Sunday, November 22, 2009

Cairo is big! And other jet-lag induced, non-original observations...

In an incredible stroke of luck, the cheapest roundtrip ticket from JFK to Entebbe was on AirEgypt, and included a 10 hour layover. While most travelers would roll their eyes and find another option, I jumped at the opportunity to visit a new country, especially one that had LONG been at the top of my list of places to go. And trust me, that list is ridiculously long, so being at the top is quite the achievement. Go Egypt!

Anyway, ever the intrepid (read: unprepared and slightly naive) traveler, I got it into my mind that I was going to go see the pyramids. Even though several people told me they were very far and Cairo traffic was horrendous and the hawkers were bothersome and I would be much better doing something else, I tuned out everything except the “it’s possible” part of their advice and planned to purchase a visa at the airport, find a taxi, negotiate a fair price without the benefit of Arabic skills, and make my way to the pyramids with nothing but moxy and two ridiculously heavy carry-on bags.

Luckily, in my jet-lagged haze, I made a wrong turn, missed the exit, and ended up at the Air Egypt transit desk (who knew that existed?) where they informed me that those passengers who have 6+ hour layovers get free hotel rooms and meals (score!) AND Air Egypt just happened to have a reasonably priced in-house travel agency that offered city tours, Nile cruises, and—double score!!!—reasonably priced all-inclusive trips to the pyramids. I decided that this was CLEARLY a better option than figuring it out myself, and signed up immediately.

I was then personally escorted through Egyptian customs (where I was not required to buy a visa, which in retrospect seems a little sketchy, but it worked out, so oh well…) and taken to a comfortable car driven by Khalid, my trusty Egyptian tour-guide. I immediately took a shine to Khalid as he puffed on his cigarette, revved the car much more than was necessary, and laughed at my halting and surely mis-pronounced attempt to greet him with “Marhaba. Kayf Halak?” (“Hello. How are you?” in Arabic according to my Air Egypt in-flight magazine.) While my Arabic is obviously non-existent and I therefore have no real right to complain, Khalid’s grasp of English left a little to be desired. However, his enthusiasm more than made up for it as he pointed out landmarks and used his person and his car to stop traffic so that I could take really horribly backlit pictures of the citadel, the mosques of Old Cairo, the Nile, and other landmarks. And while I probably only understood 10% of what he said, I was able to grasp “Egyptian Museum. Obama came here. Picture!” And really, what more do I need?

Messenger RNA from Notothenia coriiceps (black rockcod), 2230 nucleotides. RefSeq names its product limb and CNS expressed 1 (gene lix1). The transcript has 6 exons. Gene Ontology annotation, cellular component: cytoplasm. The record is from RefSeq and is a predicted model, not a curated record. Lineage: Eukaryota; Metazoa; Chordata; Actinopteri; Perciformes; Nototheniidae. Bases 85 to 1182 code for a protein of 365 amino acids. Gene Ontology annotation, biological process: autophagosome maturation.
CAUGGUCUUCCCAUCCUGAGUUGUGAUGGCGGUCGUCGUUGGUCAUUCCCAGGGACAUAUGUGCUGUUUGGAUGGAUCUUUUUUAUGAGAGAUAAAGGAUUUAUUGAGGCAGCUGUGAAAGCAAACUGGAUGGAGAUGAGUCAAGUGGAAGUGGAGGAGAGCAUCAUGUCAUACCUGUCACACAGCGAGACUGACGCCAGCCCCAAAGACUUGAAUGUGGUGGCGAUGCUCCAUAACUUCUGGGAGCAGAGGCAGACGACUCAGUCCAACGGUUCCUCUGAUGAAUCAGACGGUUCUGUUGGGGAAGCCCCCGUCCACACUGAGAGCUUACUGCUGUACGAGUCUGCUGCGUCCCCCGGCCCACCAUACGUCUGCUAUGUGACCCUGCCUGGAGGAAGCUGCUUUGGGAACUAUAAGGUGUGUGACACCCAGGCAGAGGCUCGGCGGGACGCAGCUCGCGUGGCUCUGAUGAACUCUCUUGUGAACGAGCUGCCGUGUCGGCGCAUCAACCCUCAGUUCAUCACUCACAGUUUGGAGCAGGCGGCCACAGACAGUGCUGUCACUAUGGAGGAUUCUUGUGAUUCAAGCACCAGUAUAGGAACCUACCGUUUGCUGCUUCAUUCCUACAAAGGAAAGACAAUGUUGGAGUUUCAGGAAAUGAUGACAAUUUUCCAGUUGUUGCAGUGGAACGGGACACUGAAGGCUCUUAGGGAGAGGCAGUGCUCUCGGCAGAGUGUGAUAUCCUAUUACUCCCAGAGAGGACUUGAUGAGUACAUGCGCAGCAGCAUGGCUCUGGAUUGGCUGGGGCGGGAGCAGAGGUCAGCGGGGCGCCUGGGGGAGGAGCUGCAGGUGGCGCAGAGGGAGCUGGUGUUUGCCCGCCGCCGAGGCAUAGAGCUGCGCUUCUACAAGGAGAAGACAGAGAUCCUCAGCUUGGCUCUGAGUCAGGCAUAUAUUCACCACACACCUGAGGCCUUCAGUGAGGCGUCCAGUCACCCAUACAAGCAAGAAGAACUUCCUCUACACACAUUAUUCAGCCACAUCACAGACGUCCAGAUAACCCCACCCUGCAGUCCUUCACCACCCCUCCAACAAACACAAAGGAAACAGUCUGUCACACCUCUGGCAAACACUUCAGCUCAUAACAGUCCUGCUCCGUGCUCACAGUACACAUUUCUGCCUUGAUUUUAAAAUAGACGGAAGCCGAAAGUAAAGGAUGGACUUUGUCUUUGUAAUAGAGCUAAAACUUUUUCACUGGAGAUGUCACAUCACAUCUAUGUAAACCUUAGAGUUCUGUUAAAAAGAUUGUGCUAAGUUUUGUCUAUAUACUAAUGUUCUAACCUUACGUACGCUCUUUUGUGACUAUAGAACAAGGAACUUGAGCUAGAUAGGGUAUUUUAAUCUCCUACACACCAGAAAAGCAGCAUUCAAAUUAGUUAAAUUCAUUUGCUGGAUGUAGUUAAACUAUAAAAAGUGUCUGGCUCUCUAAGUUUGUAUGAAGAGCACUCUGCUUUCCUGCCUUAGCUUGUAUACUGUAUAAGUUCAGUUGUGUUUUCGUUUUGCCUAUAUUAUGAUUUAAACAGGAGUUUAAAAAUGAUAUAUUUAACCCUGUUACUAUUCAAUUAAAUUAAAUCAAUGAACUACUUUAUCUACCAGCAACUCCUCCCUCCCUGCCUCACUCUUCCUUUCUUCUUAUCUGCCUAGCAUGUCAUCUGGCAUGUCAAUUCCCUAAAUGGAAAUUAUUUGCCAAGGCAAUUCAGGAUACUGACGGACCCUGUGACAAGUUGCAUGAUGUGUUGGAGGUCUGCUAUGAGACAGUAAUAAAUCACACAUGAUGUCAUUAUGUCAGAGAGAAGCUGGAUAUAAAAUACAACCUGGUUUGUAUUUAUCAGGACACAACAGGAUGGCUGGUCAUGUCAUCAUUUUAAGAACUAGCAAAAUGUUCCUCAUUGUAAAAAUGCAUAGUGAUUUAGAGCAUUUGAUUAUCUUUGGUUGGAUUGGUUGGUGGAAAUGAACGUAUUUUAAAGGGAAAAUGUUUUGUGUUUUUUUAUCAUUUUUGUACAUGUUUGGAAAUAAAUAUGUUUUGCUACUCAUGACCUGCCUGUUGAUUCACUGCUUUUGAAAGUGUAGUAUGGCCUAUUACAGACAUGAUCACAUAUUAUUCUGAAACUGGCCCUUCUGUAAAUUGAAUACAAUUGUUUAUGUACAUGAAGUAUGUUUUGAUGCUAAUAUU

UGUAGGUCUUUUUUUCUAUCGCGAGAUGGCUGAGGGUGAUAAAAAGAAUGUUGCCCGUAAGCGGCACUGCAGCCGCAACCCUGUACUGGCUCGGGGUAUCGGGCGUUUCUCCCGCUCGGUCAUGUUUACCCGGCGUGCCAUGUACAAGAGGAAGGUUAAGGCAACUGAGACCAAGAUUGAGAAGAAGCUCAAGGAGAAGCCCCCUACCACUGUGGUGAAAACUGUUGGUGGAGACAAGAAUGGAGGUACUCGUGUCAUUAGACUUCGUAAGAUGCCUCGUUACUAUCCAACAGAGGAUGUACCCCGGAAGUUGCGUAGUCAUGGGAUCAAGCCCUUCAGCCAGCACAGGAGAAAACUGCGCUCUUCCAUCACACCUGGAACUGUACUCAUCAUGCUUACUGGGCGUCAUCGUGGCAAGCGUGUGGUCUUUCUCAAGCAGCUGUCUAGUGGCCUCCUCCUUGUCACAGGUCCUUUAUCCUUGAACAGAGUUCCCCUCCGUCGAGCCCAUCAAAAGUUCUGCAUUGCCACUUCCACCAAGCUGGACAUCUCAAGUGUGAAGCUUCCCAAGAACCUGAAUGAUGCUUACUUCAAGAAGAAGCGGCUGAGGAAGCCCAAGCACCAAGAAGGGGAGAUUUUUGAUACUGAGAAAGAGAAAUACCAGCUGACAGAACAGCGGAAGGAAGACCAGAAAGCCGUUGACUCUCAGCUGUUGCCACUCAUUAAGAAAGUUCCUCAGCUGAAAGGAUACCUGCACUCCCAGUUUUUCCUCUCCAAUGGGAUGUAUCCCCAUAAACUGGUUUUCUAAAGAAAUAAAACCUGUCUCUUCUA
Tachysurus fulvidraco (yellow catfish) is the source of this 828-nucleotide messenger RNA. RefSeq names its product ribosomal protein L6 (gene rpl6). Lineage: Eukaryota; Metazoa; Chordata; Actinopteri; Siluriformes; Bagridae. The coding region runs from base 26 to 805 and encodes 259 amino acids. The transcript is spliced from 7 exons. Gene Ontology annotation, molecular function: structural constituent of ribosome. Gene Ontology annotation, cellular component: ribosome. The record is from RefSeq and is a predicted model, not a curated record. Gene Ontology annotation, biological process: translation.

After allowing me to put down my incredibly heavy backpack, splash some water on my face, and grab some free rubbery chicken lunch from my hotel, Khalid and I took off for Giza. As we drove through the streets of Cairo, the first thing I noticed was the sheer size of the city. Somehow through non-verbal communication, Khalid informed me that there were over 20 million people in Greater Cairo (though some sources suggest it’s as much as 40% larger than that). The number was almost too large to grasp. That’s like Kampala times 20, almost the size of Uganda itself in terms of population. And for those of you non Africaphiles, that’s like New York City times two with Houston thrown on top just for kicks. And maybe even larger. So in other words, Cairo is big. REAL big.

The next thing I noticed about Cairo was its incredibly beautiful skyline. Admittedly I have a thing for Islamic architecture, but Cairo went above and beyond anywhere I’ve traveled in terms of fantastic architectural eye candy. Everywhere I looked, there were the most gorgeous minarets, domes, and geometric designs for both religious and secular buildings. The landscape is also incredibly flat, so as soon as you ascend one of the town’s approximately three hills (and I use the term “hill” quite liberally), you can see for miles. The sights were only slightly tempered by Cairo’s infamous smog, but I’m pretty convinced that most of that comes not from cars or other traditional sources, but rather from Egyptians and their smoking habits. Seriously, I have never seen so many cigarettes! In the taxis; the hotels; the restaurants; the airport; while burning (literally) up the road in donkey carts, cars, or camels; even the loo at the Pyramids, Egyptians were contentedly puffing away every chance they got. Perhaps I’ve spent too much time in America, the land of increasing smoking bans and societal pressure to not smoke, but I was blown away by the sheer amount of cigarettes I observed being consumed in less than 10 hours.

I also observed approximately 10,567 street vendors offering Egyptian flags for sale, which I initially believed indicated a strong nationalist tendency and started to construct sweeping generalizations about Egyptians and their sociopolitical nature, but through sign language with Khalid came to realize were actually being sold due to the Egypt-Algeria World Cup qualifying match taking place the following day in Khartoum. Regional rivals, the two countries were battling it out—diplomatically, on the field, and unfortunately through violence in the streets—to participate in South Africa this summer, and tensions and excitement levels were high, leading to extraordinary demand for Egyptian flags.